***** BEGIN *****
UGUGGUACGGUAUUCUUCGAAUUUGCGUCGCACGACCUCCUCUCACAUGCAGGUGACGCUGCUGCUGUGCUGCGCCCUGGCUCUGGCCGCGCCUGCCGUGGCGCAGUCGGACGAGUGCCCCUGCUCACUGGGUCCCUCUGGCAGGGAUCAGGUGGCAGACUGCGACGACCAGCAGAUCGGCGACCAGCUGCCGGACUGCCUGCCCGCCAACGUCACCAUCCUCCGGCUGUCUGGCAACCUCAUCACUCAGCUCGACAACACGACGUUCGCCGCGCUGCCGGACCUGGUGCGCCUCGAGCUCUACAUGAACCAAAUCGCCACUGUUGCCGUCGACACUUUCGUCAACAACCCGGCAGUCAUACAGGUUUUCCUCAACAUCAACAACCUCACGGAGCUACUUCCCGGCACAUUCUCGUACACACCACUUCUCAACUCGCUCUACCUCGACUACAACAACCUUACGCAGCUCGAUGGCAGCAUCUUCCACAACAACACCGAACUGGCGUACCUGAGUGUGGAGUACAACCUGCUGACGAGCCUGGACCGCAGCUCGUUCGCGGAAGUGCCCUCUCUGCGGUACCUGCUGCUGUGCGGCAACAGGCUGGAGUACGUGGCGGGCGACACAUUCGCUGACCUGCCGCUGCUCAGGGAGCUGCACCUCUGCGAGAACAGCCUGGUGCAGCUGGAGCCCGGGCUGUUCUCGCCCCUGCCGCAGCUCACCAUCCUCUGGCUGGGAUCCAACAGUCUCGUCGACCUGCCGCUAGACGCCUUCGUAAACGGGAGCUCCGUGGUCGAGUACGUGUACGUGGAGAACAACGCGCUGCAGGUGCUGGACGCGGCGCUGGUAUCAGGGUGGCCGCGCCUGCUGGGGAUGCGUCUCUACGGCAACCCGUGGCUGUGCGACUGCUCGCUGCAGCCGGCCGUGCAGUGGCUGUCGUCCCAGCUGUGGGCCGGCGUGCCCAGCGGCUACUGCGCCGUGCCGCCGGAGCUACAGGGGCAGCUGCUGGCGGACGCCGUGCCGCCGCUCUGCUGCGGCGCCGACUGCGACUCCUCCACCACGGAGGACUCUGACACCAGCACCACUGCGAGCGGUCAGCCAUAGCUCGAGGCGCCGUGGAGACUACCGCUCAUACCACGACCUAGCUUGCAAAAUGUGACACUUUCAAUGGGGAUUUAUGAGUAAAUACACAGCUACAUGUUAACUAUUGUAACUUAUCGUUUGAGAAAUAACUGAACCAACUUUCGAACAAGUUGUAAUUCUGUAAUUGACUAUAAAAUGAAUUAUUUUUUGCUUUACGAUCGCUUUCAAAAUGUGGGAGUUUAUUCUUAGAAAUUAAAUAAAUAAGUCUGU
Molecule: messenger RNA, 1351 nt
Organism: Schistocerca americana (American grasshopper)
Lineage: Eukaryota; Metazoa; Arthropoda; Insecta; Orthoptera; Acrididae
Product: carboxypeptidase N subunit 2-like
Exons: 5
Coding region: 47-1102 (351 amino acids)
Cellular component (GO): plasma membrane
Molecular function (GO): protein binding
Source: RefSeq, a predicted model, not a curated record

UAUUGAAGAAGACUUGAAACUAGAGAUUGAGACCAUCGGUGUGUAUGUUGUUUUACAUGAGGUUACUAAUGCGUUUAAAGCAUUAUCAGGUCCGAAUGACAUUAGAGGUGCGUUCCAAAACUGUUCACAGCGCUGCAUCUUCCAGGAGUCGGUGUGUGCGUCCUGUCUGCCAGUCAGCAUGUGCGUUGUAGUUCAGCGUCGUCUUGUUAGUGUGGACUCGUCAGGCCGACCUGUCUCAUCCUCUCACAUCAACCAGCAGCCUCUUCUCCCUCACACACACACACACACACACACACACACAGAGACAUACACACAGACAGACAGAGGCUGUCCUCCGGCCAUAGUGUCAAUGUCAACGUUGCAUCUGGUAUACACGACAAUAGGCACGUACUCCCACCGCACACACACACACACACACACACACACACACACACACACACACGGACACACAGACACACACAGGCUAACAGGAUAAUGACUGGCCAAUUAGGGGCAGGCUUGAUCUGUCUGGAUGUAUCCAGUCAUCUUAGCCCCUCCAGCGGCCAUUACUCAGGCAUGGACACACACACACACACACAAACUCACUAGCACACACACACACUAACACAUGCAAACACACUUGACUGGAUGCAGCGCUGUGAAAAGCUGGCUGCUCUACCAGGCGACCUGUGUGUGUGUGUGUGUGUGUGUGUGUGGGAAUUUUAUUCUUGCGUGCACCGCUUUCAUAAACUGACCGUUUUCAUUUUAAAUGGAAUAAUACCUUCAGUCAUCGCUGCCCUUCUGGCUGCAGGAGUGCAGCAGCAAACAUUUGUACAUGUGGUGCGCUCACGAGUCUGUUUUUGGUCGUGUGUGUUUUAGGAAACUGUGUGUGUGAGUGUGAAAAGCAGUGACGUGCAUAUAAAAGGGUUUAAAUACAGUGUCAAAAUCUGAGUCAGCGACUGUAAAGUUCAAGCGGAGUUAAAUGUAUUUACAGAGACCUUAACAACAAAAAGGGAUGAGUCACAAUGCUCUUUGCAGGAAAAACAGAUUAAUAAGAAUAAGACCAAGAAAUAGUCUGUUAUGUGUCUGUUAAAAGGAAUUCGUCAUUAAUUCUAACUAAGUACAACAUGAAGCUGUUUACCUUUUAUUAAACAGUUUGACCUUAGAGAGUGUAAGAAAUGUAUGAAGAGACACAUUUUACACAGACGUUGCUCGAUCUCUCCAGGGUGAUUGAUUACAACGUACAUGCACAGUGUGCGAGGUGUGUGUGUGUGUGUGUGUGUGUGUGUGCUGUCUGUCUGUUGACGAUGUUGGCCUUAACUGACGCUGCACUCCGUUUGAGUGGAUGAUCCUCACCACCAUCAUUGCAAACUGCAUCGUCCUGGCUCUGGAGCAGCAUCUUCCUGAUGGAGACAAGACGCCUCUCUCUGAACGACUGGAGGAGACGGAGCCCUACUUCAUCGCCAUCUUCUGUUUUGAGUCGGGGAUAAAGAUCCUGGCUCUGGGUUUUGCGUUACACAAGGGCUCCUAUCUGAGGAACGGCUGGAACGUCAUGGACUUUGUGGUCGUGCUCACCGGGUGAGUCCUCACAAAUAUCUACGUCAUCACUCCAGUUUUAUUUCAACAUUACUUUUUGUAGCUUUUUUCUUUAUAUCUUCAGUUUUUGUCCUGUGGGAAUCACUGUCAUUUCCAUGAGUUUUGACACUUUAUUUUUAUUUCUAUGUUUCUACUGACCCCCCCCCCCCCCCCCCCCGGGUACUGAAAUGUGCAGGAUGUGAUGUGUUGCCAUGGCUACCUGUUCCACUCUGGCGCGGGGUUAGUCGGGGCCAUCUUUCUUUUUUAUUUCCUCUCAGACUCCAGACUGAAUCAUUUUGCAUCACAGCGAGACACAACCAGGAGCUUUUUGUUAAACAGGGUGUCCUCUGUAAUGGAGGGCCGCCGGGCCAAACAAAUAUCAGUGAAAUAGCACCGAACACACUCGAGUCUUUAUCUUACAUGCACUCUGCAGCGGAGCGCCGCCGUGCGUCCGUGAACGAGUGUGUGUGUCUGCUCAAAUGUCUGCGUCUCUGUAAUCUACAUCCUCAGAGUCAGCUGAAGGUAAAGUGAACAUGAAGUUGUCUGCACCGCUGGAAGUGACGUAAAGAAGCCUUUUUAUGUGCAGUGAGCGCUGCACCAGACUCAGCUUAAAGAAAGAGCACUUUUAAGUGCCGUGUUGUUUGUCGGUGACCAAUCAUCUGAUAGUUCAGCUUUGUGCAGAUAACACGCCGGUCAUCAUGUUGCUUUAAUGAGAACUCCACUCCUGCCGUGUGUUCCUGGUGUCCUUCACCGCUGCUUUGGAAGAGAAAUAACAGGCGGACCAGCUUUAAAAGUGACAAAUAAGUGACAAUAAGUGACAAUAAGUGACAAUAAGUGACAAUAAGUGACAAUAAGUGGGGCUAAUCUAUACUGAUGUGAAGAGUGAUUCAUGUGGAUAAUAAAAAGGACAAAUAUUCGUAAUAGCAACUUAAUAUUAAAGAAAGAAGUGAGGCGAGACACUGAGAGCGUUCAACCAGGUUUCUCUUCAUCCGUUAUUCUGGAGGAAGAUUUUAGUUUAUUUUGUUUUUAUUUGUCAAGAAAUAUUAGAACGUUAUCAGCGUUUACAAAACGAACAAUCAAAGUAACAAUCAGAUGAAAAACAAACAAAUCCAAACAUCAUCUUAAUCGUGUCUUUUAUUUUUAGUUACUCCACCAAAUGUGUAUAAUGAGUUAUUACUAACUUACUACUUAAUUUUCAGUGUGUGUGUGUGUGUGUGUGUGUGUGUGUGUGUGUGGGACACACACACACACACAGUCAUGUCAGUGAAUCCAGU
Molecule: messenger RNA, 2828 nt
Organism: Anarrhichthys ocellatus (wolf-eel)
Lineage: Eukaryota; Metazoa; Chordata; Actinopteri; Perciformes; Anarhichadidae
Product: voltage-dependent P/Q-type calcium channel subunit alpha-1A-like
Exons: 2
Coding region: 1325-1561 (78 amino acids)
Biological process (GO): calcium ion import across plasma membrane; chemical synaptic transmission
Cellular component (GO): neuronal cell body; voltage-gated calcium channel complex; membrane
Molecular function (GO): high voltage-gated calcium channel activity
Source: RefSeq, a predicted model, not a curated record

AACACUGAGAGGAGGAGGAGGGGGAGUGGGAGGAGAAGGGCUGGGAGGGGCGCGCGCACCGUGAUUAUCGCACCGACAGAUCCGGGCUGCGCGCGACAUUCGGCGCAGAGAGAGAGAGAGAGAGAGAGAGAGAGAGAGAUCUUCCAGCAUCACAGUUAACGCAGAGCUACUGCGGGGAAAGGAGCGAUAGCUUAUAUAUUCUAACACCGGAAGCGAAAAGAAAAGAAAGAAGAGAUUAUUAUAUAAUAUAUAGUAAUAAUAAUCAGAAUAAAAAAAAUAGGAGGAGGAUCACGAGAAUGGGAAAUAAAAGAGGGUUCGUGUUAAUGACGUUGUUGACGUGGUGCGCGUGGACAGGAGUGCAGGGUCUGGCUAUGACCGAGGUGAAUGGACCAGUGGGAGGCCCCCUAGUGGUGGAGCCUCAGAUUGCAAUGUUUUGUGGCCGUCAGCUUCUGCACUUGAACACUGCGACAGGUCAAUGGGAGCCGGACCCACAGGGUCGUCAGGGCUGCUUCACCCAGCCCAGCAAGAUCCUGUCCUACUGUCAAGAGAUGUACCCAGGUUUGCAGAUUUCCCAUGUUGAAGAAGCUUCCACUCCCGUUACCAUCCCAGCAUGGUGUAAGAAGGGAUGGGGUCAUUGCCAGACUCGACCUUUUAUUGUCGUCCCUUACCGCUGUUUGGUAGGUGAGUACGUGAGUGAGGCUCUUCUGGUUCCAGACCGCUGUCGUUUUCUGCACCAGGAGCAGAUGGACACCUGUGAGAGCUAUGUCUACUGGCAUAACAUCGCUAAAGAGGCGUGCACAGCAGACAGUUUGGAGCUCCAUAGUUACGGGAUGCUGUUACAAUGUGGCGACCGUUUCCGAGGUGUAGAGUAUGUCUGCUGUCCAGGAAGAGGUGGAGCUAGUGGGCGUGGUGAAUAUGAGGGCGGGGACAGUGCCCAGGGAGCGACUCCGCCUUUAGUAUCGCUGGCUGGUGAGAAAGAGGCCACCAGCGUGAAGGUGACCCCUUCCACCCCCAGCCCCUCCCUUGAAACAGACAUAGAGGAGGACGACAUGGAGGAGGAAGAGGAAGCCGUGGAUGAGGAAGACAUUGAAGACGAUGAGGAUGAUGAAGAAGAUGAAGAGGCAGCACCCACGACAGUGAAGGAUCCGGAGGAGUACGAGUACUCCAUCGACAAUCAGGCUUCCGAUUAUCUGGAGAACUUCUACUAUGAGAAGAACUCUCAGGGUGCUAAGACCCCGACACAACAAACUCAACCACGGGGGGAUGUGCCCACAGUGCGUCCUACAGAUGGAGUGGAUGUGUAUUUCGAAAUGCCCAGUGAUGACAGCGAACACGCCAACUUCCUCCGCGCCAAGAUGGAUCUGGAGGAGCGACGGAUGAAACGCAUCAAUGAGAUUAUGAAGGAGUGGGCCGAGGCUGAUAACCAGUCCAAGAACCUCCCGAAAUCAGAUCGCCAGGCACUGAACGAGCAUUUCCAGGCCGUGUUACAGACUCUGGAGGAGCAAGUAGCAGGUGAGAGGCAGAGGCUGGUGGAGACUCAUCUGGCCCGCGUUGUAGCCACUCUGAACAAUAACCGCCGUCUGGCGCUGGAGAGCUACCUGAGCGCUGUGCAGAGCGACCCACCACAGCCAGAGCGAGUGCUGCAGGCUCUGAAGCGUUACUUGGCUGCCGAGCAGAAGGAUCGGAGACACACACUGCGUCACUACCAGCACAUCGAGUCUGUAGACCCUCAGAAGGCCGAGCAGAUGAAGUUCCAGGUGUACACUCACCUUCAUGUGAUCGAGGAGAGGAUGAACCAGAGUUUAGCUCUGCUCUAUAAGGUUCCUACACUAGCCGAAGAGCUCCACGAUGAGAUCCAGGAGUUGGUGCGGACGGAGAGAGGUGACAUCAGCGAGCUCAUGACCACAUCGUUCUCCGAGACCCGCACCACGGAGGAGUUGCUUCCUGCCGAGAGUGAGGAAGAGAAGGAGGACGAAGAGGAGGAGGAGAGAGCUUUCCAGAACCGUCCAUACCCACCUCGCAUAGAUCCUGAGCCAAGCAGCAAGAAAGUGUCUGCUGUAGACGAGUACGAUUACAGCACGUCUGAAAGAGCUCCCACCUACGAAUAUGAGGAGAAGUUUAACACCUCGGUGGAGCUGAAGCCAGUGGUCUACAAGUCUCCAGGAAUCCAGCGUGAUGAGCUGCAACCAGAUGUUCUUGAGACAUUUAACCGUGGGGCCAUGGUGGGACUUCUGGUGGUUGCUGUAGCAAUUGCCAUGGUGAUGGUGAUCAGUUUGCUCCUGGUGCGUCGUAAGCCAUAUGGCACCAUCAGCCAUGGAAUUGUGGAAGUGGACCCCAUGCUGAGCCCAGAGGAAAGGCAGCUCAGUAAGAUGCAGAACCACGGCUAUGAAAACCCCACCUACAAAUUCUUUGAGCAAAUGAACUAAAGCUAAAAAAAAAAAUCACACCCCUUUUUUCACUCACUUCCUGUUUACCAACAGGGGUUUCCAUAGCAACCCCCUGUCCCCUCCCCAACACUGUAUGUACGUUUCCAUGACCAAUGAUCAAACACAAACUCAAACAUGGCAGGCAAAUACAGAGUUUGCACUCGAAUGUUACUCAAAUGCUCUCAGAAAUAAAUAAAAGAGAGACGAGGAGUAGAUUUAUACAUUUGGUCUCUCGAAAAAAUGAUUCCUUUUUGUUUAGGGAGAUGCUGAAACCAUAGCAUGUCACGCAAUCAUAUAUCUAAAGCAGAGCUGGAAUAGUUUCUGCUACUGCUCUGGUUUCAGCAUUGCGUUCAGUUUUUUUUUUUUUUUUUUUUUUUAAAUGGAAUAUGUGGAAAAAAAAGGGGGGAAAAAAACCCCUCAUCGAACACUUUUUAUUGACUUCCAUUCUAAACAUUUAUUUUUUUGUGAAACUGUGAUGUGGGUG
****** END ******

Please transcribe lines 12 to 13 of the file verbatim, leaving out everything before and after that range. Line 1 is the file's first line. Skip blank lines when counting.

Molecule: messenger RNA, 2828 nt
Organism: Anarrhichthys ocellatus (wolf-eel)